EU declaration of conformity
The EU declaration of conformity is a special form of declaration of conformity in the area regulated by law to prove that the requirements of European directives or European regulations have been met.
With the EU declaration of conformity, the "responsible manufacturer" or his authorized representative (based in the EU) confirms, under sole responsibility and legally binding , that a product he has placed on the market complies with the basic health and safety requirements of all relevant European directives, i.e. with them is compliant . The EU declaration of conformity is a mandatory requirement for CE marking and the placing on the market of the corresponding product in the European Economic Area .
"Responsible manufacturer" is either ...
- the physical manufacturer, or
- the legal person who claims to be the manufacturer (e.g. by adding his company name): "designated manufacturer",
or, if the above two fail to meet their obligations ...
- the importer or the distributor : "de facto manufacturer".
For the sake of simplicity, all of these characteristics are subsumed as “manufacturers”.
Since every (even complex) product must have one and only one manufacturer, several parties involved in the development or manufacturing process, who can all have an impact on product safety, may have to agree on a "responsible manufacturer" who at least formally assumes overall responsibility . This also applies to consortia without their own legal form.
The required content of the EU declaration of conformity is specified in the individual EU directives . On the other hand, there are no requirements for the shape and appearance. General requirements for the content of declarations of conformity and design suggestions are contained in the standards EN ISO / IEC 17050-1: 2004 and EN ISO / IEC 17050-2: 2004 as well as in the Blue Guide of the European Commission.
An EU declaration of conformity must be drawn up in one of the official languages of the European Union . As a rule, the declaration remains with the manufacturer as part of the technical documentation. At the request of the supervisory authorities, it must be submitted to them “in a reasonable time”. The supervisory authority can request a translation into "one of its preferred languages".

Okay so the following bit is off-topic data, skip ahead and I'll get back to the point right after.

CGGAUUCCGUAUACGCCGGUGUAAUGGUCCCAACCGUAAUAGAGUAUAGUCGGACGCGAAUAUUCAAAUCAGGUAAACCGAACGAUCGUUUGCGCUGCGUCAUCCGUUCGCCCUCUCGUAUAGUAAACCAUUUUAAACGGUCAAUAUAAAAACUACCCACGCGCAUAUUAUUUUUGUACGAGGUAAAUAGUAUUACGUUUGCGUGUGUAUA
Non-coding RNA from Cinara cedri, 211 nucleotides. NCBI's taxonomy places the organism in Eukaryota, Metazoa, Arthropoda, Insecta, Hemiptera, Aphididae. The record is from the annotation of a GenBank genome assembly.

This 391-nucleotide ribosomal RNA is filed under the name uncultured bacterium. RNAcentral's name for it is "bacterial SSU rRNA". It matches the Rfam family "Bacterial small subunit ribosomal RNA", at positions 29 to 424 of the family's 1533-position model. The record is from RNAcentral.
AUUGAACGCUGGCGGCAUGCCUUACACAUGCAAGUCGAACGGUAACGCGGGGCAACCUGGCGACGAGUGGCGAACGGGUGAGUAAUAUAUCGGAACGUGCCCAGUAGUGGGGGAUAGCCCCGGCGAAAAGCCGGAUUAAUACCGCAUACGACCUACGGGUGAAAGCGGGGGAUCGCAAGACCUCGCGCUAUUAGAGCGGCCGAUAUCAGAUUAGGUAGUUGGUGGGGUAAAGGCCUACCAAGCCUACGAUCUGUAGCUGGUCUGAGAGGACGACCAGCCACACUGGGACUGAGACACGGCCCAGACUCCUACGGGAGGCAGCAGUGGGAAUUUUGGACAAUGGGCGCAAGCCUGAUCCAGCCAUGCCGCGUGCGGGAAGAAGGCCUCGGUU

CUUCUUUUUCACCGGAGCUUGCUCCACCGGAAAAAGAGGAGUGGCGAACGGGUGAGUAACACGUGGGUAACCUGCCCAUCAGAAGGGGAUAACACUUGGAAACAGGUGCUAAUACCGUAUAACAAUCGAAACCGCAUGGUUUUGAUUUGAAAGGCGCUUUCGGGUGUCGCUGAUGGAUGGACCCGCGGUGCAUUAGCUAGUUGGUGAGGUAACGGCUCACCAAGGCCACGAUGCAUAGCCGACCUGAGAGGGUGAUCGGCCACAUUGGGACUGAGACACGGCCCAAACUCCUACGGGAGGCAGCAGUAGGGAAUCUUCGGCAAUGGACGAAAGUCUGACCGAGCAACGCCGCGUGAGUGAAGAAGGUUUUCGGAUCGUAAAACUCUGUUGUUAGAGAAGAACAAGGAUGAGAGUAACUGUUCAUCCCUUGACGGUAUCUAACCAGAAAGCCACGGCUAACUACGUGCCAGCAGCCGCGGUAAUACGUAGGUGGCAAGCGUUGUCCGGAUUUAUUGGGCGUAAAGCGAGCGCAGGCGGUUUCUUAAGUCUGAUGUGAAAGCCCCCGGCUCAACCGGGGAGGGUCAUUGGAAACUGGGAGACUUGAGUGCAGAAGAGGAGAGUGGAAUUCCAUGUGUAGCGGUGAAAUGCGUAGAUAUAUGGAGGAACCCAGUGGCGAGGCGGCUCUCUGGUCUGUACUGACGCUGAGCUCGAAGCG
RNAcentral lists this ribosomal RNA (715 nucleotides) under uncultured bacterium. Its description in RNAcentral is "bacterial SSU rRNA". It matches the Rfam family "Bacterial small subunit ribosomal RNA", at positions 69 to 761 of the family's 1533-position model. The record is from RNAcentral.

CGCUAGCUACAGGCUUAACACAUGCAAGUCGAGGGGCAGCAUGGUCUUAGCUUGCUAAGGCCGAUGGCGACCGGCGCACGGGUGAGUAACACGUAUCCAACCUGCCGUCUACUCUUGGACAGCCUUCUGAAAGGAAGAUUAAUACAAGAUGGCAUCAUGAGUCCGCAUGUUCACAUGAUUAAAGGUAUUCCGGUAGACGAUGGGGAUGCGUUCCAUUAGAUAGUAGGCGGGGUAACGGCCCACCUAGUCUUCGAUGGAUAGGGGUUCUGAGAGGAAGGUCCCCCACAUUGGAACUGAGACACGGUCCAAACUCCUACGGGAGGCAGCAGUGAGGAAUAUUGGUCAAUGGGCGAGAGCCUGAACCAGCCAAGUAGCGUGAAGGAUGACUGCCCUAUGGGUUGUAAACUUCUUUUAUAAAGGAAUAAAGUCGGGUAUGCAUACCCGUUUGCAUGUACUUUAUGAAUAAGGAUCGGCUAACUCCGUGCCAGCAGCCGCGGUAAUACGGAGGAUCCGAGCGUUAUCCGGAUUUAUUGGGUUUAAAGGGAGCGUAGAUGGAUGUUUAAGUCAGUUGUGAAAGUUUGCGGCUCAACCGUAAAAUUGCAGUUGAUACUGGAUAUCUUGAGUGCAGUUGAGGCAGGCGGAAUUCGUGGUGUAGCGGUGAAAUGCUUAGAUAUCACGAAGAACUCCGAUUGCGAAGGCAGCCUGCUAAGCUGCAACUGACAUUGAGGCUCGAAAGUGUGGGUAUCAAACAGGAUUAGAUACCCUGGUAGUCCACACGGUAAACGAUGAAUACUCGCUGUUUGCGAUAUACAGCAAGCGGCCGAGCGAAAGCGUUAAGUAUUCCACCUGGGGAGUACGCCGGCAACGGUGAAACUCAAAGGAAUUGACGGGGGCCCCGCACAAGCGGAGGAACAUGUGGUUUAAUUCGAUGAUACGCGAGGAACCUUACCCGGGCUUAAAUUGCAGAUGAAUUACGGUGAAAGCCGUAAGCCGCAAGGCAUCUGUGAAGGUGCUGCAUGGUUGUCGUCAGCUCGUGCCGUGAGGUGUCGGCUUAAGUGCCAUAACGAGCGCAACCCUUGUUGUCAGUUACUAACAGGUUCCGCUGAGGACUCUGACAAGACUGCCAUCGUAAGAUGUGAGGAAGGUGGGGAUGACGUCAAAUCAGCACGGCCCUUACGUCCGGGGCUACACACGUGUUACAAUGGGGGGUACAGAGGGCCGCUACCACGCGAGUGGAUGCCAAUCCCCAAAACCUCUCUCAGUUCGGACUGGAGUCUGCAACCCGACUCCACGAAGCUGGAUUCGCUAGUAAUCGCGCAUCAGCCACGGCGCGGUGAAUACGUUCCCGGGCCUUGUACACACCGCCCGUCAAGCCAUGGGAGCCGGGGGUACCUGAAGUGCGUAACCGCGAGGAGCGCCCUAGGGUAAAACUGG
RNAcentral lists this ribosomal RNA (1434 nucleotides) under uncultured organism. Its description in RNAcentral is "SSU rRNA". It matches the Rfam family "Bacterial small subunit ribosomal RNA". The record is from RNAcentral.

Some EU directives (e.g. the Machinery Directive , Pressure Equipment Directive , ATEX Product Directive ) stipulate that the EU declaration of conformity must be enclosed with every product delivered. In this case, the declaration must be attached in the languages of the respective country of use or in the language specified by the respective country of use.
If a product is affected by several EU directives, all of which require the CE marking, all directives for this product must be summarized in an EU declaration of conformity. A dossier made up of several individual declarations is also permitted.
With the implementation of the Lisbon Treaty , the European Community (EC ) was further developed into the European Union (EU) in 2011 . This changes the designation from the EC Declaration of Conformity to the EU Declaration of Conformity for all declarations of conformity that are drawn up in accordance with guidelines published from 2011. The new name was first used in the RoHS directive 2011/65 / EU of June 8, 2011. Declarations of conformity that are drawn up in accordance with applicable directives that were published before 2011 (e.g. Machinery Directive) must still be referred to as EC declarations of conformity and are still valid.
- , accessed on November 22, 2016 (RoHS Directive)
- , accessed on March 30, 2017 (Machinery )
- New Legislative Framework (accessed: 2020-03-06)
- 'Blue Guide' on the implementation of EU product rules (accessed: 2020-03-06)